I once read that we imagine Christmas as snowy thanks to Charles Dickens. All of his Christmas stories feature a cold, snowy Christmas season, even though the holiday is only a few days into winter – and rarely sees more than a slight dusting of snow in reality. Scholars think this is because Dickens’ childhood took place during an unusually cold decade and he grew up seeing more Christmases with a heavy blanket of snow than not.
When I first learned this fact, it remind me of my own childhood, growing up in the snow belt of Southern Ontario. It was normal for us to get a few big snow storms in November, I even remember having snow ball fights with my brother on his birthday at the end of October, and have that snow stick around and build through March and sometimes into April. My mom had a running joke about dreaming of a green Christmas and I remember wondering what that would be like, since I had only known white Christmases. As a teenager, the snow seemed lighter, but it was still always there. Then I moved to where I live now in the Niagara Region microclimate where most Christmases are brown and a snowfall before January is highly unusual. Sure driving is safer and there’s no shovelling to do, but I find myself missing the snow very much at Christmastime. There is just something so magical about a soft, fresh, downy blanket of snow covering the houses with colourful Christmas light glowing from underneath and the way the city seems so quiet and still before people have left their warm homes and covered the snow in footprints.
That’s why I was so excited when we got a big snow storm last week! It’s nearly all melted away now, but I made sure to get out and enjoy as much of it as I could while it was here, starting with grabbing my camera and heading out the morning after the storm to capture the city all done up for Christmas.
All photos by me.
Never show up empty handed. It may be cliche, but it’s a great motto to follow – especially around the holidays when everyone is working extra hard to make their celebrations special. Bringing along a little something to thank your host for all the time, money and effort they put into throwing the best party of the year is a big deal. Finding the perfect hostess gift can be tricky but when done right, the gesture appears elegant and effortless.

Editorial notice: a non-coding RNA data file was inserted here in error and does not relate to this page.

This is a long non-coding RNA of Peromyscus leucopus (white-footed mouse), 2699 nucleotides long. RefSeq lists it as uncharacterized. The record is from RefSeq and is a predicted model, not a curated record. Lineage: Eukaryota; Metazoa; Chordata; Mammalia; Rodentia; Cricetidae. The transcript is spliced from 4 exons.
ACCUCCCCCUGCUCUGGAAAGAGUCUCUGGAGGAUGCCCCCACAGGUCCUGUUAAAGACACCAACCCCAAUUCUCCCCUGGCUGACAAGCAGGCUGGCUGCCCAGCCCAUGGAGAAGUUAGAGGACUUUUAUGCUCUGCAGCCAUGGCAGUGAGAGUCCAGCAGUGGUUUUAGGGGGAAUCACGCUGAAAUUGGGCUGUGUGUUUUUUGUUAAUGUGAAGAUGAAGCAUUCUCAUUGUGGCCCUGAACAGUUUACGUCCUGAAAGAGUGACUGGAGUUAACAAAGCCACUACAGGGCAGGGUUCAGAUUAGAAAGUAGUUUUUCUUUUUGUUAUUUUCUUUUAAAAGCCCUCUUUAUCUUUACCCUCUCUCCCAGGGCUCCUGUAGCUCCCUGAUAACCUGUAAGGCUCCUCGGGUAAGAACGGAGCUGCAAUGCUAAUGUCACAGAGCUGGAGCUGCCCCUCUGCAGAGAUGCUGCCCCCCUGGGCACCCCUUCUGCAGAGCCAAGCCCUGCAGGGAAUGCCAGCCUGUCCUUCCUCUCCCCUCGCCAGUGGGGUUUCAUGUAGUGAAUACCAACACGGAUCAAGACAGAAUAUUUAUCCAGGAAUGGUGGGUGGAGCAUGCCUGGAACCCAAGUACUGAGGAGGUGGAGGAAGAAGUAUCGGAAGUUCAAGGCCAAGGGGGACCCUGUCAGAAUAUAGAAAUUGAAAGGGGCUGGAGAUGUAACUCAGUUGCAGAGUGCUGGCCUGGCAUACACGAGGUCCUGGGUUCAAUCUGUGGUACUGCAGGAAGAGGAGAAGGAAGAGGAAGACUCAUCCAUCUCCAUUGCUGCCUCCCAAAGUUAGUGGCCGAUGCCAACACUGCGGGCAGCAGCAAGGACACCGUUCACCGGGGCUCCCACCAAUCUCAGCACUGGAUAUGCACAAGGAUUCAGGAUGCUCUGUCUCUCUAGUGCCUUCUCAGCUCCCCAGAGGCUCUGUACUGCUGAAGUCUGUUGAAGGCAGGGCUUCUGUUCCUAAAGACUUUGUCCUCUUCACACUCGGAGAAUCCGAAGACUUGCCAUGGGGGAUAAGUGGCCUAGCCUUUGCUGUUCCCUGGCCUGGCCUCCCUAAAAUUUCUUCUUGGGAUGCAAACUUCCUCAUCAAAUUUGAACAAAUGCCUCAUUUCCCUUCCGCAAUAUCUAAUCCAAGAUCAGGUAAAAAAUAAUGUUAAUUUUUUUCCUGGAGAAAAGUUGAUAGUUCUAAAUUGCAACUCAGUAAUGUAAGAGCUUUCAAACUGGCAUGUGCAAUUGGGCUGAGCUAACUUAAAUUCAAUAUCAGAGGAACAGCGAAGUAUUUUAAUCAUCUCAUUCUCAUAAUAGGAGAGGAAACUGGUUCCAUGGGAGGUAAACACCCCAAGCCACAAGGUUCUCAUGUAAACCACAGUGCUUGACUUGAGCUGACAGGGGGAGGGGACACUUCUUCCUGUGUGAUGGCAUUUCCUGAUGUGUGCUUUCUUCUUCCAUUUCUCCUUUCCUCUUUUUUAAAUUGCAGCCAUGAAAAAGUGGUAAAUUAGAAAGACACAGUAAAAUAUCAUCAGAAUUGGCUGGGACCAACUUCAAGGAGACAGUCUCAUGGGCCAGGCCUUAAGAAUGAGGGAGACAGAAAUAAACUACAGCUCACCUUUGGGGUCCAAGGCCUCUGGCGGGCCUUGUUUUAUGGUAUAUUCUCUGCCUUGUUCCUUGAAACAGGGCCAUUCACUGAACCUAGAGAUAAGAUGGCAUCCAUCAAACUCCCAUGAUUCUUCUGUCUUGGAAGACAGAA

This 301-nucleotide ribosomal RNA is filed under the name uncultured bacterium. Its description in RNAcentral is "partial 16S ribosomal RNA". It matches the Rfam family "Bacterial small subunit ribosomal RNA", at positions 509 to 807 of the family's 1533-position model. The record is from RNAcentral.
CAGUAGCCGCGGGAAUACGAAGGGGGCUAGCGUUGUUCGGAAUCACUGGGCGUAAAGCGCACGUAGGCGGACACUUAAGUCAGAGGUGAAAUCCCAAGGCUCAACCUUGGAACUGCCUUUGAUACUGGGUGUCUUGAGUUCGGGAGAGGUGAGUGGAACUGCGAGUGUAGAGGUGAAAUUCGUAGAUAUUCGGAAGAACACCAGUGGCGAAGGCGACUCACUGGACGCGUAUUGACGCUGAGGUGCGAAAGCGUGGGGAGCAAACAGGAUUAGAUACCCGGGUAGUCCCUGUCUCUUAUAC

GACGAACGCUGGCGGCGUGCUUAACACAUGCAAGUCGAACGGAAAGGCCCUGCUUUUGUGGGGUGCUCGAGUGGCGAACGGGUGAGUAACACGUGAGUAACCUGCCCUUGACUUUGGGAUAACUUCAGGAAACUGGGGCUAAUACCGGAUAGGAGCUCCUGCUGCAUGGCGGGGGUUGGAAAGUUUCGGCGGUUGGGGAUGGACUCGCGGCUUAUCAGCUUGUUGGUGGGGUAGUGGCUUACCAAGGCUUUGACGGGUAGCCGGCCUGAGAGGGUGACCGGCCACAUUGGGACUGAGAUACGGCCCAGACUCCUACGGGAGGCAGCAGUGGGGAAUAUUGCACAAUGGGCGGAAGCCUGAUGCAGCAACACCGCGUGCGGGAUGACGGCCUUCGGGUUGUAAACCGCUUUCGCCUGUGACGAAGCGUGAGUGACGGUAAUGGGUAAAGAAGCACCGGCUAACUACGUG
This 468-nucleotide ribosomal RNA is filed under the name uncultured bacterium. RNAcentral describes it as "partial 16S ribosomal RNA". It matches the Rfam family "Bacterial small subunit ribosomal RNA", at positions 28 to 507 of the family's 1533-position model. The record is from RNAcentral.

Here are some of the tips I like to follow:
- Find a gift that is small so it can be easily accepted by a host who has their hands full, literally or figuratively.
- Get them a gift that suits the scale of the party. Giving your host something expensive or unexpected may stress them at an already taxing time.
- Wrap the gift lightly or not at all, they will be busy with their hosting duties.
- Get them something that can be used right away or for future entertaining.
- Bring a unique gift – a person only needs so many bouquets and bottles of wine – but don’t go too crazy. A fun tea towel, a fancy bar tool or an indulgent snack in pretty packaging are all safe bets.
- Don’t know if gift-giving is appropriate? A sincere and gracious “thank you for having me” is all you need to give your host.
- Open each gift shortly after receiving it and not in front of other guests: hostess gifts are nice, but not required.
- Thank your gift-giving guests when you receive their gifts, thank you notes are not necessary.
- If a guest brings wine, scotch, etc, try to open and serve it at the party. Obviously, this becomes impossible if everyone brings wine but you can leave unopened bottles out to show intent. If a bottle doesn’t get opened, invite the guest over another time to enjoy it with you or simply text them a picture of you enjoying it alone.
All photos by me.